There is an obvious problem with the “smart cards” being usable only in certain shops: the shops that do not get the right to take these cards will lose out on the business, and smaller shops are more likely to accept credit and debit cards than bigger ones, and more likely to charge a fee while the likes of Tesco, Sainsbury’s et al can afford to absorb the card fee for small purchases. Markets, in particular, usually only take cash.
The state already has ways of making sure families cannot spend their resources on drugs and neglect their children: we have a care system, which can take children into care if a family persistently refuses to address their children’s welfare for such reasons. It is possible that more sanctions could be made available to them to this end, such as court orders banning specific individuals from buying or harbouring alcohol (drugs are already illegal, of course), mandatory regular drug or alcohol tests on court order, banning whichever adults are sapping the family’s resources (by spending them on alcohol, for example) from contact with (or living with) the family and paying the benefits specifically to the mother (or at least their primary carer if she is not around), not to just one member of the household as with Universal Credit. However, there is the danger with this scheme that a family could be designated as “troubled”, or threatened with this, if they have antagonised social workers in their area, which could be the case if they are in a dispute with them over the custody of their children, for example, or they do not obey social workers’ demands. Not all social workers are reasonable people, and not all of their actions are for a good reason.
(Other published criteria have included exclusion or truanting from school, crime and anti-social behaviour, drug and alcohol addiction and lack of work. However, the 120,000 figure supposedly represents those displaying five or more of the above. Partly ring-fencing the benefits of people displaying these criteria might be beneficial, at least if done for short periods, although there might still be better ways; there should also be care taken not to stigmatise whole families for one wayward member’s behaviour, particularly if that person is young and might have a disability.)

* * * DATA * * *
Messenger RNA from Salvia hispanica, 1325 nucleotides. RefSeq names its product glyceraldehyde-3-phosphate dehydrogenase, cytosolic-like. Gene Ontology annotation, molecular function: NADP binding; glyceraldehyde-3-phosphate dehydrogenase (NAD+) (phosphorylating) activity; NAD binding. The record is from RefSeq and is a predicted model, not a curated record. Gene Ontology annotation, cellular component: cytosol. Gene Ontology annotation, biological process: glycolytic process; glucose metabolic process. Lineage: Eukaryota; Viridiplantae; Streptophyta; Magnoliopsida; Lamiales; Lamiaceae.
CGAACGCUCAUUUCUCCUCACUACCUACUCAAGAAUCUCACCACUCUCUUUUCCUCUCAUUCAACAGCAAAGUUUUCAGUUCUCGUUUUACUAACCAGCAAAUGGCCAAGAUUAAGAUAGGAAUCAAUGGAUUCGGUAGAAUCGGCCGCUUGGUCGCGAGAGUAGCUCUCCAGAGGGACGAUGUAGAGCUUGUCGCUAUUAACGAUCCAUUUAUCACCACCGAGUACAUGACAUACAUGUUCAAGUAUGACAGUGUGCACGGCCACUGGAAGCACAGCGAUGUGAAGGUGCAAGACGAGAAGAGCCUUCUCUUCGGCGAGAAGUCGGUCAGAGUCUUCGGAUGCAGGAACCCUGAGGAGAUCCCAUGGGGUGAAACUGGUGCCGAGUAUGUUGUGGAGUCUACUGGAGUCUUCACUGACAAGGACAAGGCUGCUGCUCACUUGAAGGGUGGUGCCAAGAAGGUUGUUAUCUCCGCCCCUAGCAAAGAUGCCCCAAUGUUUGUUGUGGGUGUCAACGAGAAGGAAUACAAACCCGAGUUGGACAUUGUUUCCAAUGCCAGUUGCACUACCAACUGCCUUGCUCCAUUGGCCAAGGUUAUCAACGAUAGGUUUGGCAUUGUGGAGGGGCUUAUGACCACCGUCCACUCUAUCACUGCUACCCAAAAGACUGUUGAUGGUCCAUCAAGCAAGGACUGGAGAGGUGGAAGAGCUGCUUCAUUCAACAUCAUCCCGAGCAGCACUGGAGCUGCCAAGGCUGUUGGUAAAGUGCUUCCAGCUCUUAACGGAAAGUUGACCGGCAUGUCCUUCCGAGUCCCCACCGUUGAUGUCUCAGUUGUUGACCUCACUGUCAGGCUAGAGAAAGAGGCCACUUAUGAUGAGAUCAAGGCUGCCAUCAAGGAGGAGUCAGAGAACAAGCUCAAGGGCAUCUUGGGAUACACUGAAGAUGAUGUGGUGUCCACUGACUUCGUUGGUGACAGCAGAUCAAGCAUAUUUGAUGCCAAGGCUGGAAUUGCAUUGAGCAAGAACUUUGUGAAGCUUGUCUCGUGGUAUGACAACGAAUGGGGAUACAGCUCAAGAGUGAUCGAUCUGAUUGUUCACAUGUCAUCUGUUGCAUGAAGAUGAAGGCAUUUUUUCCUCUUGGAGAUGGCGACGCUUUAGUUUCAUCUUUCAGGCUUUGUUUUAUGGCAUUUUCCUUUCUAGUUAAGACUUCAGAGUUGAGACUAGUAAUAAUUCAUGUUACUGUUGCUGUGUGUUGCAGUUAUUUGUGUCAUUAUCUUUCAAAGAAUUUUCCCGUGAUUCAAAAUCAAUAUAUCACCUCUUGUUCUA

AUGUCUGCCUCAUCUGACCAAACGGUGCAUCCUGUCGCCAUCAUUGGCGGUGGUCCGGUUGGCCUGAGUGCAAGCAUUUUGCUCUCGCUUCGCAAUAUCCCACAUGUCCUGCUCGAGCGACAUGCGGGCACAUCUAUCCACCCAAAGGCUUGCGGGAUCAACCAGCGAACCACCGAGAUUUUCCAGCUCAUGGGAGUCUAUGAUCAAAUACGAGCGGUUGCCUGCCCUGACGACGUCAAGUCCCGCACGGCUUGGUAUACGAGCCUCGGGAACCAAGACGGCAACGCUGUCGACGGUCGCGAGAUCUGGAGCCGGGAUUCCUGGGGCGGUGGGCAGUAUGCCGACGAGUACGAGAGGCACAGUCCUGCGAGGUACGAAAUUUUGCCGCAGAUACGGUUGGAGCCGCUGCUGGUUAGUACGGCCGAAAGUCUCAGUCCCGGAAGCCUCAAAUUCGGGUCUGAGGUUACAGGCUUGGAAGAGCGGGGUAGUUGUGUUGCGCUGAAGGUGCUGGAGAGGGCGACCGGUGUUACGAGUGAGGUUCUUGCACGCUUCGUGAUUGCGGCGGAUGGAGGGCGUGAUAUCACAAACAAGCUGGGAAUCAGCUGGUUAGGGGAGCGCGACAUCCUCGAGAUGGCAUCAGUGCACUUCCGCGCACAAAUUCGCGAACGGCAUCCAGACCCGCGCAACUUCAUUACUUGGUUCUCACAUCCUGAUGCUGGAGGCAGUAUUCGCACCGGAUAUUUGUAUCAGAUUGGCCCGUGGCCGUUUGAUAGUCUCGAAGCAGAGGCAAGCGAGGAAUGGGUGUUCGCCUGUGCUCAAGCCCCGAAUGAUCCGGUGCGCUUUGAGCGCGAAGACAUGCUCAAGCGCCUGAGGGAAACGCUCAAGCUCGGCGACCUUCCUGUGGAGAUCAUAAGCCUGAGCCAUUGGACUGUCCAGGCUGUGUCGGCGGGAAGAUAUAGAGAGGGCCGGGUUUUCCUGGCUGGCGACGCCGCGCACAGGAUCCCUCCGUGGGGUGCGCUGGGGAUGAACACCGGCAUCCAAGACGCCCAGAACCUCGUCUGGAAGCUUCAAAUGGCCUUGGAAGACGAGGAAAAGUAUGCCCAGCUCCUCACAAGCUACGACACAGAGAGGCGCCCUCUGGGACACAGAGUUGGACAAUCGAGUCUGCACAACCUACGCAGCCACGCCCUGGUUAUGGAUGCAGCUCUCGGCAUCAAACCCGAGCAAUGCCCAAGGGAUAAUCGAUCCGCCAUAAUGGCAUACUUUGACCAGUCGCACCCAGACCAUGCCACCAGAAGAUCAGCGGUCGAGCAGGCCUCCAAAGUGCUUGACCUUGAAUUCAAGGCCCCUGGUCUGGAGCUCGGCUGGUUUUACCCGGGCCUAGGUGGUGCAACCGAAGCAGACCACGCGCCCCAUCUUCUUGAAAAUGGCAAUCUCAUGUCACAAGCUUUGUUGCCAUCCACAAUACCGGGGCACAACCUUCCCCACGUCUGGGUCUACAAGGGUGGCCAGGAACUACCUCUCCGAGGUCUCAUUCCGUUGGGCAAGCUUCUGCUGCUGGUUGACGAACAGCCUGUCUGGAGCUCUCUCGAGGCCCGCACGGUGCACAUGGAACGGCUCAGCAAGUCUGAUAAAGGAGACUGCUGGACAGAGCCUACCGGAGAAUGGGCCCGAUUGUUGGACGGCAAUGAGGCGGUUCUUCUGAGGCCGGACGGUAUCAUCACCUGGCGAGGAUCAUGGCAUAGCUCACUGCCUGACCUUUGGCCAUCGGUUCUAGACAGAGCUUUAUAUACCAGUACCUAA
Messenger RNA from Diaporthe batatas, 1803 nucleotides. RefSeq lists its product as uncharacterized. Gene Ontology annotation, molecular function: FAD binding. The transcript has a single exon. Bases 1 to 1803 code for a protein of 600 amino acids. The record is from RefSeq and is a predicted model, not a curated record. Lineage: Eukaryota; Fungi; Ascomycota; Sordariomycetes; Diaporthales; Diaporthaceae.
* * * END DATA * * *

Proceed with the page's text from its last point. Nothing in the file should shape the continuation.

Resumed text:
In short, this scheme targeted squarely at poor, disabled and mentally ill people, and appeals to the curtain-twitching tabloid sector and to some people’s resentment about others spending their money on things they wouldn’t spend it on, or want it spent on, and is based on the notion of state benefits as charity rather than as a form of social insurance. All the criteria, by themselves or in combination, are circumstances which could befall anyone or any family through no fault of their own. There is no attempt being made to target the scheme at families who actually cause trouble or those whose parenting might have contributed to last summer’s riots — but then, plenty of people took part in them who came from perfectly stable families who got caught up in the excitement, or were criminals to begin with. This scheme may well leave those people entirely untouched, or else drag in a whole lot of innocent people.